Regarding the media contacts with the press, an early statement by Lenny Harper, which was judged authentic by BBC Radio Jersey only after they had quite properly vetted its authenticity (as any responsible reporter should), gave a quite different, and again verifiable picture. Lenny wrote:

They only have to look at the BBC News website for the 31st July 2008, to see that I was saying that in view of the contradictory evidence from the experts in respect of the evidence of the age of the bones, unless things changed there would be no homicide enquiry. Even clearer, the Sunday Times on 10th May 2009 made it plain that I was actively discouraging their journalist from believing the more lurid headlines.(3)

Now given the way in which some of the media certainly overplayed the "house of horrors", linking it in to Dutch paedophile rings, bodies uncovered, six more bodies feared buried, etc, it is not surprising that some criticism was made of Lenny Harper by the Appeal judge, although the criticism should have been largely directed at the media. And yet the appeal failed, a new history, it seems to be is being written.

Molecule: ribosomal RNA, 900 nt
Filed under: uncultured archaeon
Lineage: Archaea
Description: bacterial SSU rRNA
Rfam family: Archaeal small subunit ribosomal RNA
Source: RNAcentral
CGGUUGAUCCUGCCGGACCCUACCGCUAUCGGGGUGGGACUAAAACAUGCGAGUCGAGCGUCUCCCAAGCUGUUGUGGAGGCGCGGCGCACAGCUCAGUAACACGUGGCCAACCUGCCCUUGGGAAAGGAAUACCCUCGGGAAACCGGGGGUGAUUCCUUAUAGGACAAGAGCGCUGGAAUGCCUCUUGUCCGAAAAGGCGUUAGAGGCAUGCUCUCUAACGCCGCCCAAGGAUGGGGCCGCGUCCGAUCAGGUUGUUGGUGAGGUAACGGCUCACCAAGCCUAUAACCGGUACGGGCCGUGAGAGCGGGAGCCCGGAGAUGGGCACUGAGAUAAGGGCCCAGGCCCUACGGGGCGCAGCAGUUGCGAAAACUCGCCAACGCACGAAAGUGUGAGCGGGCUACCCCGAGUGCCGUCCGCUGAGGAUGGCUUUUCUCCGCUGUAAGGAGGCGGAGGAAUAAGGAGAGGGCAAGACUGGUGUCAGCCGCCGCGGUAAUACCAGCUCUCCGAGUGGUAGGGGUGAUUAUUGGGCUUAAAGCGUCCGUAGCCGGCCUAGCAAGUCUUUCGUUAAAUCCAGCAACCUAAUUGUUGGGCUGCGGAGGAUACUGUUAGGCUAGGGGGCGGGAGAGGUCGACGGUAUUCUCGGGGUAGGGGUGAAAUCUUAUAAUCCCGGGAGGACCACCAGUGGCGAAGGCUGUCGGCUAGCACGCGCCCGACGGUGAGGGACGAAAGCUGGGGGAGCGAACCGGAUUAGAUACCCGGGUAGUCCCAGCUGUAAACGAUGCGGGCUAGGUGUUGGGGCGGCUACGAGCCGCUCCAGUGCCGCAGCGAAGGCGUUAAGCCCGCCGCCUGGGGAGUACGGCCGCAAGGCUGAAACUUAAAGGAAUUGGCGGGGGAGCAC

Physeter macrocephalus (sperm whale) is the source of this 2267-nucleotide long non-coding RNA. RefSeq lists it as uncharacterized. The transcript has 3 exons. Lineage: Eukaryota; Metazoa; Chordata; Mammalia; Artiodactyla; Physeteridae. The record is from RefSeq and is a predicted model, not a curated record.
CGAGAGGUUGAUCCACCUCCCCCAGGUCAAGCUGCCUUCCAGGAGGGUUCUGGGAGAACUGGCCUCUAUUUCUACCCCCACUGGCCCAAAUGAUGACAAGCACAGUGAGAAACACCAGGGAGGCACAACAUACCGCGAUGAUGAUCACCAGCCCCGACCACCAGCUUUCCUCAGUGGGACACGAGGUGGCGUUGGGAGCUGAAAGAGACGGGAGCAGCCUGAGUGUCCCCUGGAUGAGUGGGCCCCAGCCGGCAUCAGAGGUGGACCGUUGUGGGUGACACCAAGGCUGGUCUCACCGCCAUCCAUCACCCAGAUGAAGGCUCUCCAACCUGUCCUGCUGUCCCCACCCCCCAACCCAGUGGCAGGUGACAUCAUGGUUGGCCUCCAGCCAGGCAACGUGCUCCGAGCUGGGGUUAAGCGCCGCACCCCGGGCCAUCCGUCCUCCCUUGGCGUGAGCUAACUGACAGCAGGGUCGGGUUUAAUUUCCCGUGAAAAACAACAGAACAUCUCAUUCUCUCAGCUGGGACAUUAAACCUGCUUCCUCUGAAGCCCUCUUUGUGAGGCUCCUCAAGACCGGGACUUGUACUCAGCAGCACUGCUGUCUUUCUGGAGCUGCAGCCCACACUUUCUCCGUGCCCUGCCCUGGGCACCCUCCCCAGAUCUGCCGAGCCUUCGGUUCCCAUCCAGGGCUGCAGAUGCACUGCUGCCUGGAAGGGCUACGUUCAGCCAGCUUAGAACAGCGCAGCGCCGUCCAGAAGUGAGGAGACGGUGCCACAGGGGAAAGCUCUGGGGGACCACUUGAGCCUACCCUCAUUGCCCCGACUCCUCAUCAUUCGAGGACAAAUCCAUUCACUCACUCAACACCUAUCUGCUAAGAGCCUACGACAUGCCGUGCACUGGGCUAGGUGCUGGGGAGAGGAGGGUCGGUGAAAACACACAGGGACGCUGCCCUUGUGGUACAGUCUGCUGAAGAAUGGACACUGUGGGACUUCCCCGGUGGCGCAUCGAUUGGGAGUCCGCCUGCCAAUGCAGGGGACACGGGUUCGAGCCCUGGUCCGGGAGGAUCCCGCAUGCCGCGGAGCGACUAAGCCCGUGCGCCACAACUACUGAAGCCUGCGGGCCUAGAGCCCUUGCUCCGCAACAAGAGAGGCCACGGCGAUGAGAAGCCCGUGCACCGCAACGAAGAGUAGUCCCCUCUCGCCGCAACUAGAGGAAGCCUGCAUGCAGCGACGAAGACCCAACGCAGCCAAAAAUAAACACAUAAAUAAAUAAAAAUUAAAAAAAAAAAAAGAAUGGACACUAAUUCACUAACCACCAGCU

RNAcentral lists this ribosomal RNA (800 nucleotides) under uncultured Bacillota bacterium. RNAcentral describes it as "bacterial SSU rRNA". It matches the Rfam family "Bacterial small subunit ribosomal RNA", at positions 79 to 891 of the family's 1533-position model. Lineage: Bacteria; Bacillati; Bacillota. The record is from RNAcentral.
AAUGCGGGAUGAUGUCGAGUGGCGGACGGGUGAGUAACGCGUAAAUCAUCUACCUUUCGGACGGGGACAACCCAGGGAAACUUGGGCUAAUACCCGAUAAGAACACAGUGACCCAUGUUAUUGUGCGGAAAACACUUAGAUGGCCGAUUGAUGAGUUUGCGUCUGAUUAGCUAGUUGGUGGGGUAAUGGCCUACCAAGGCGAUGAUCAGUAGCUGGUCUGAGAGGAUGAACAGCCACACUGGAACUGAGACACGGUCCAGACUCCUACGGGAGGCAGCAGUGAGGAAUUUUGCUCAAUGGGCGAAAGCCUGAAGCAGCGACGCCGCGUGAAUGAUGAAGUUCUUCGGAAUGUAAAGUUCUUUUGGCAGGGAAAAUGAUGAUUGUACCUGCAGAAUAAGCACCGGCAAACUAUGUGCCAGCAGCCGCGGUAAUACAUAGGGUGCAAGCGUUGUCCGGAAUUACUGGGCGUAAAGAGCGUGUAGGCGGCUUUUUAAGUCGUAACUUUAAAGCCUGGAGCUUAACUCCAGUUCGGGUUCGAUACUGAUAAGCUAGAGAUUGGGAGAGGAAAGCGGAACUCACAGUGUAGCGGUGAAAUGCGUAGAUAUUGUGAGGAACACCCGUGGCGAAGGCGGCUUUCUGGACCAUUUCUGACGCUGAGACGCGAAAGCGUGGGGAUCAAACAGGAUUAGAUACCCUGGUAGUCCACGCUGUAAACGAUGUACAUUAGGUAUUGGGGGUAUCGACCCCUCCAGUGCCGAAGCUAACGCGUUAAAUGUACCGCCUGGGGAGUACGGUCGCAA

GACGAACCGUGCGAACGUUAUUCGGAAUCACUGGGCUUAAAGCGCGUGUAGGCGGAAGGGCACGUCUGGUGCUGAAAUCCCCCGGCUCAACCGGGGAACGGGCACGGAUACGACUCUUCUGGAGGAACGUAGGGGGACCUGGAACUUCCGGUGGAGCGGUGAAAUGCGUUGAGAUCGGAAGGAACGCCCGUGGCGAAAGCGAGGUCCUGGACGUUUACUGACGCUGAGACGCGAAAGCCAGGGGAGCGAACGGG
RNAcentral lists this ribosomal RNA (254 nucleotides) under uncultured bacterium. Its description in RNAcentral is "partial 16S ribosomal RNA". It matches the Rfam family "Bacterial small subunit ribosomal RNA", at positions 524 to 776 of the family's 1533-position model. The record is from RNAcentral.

This new history takes the form of saying that "but now we know the truth about Haut de La Garenne", which is usually taken as almost implying that nothing happened, that it was a complete distortion, a fabrication of lies, and can now quietly be forgotten.

But the conviction of Wateridge, and the failure of his appeal, shows that despite many allegations not being deem strong enough for conviction, there is at least some very strong legal evidence for abuse taking place at Haut de La Garenne: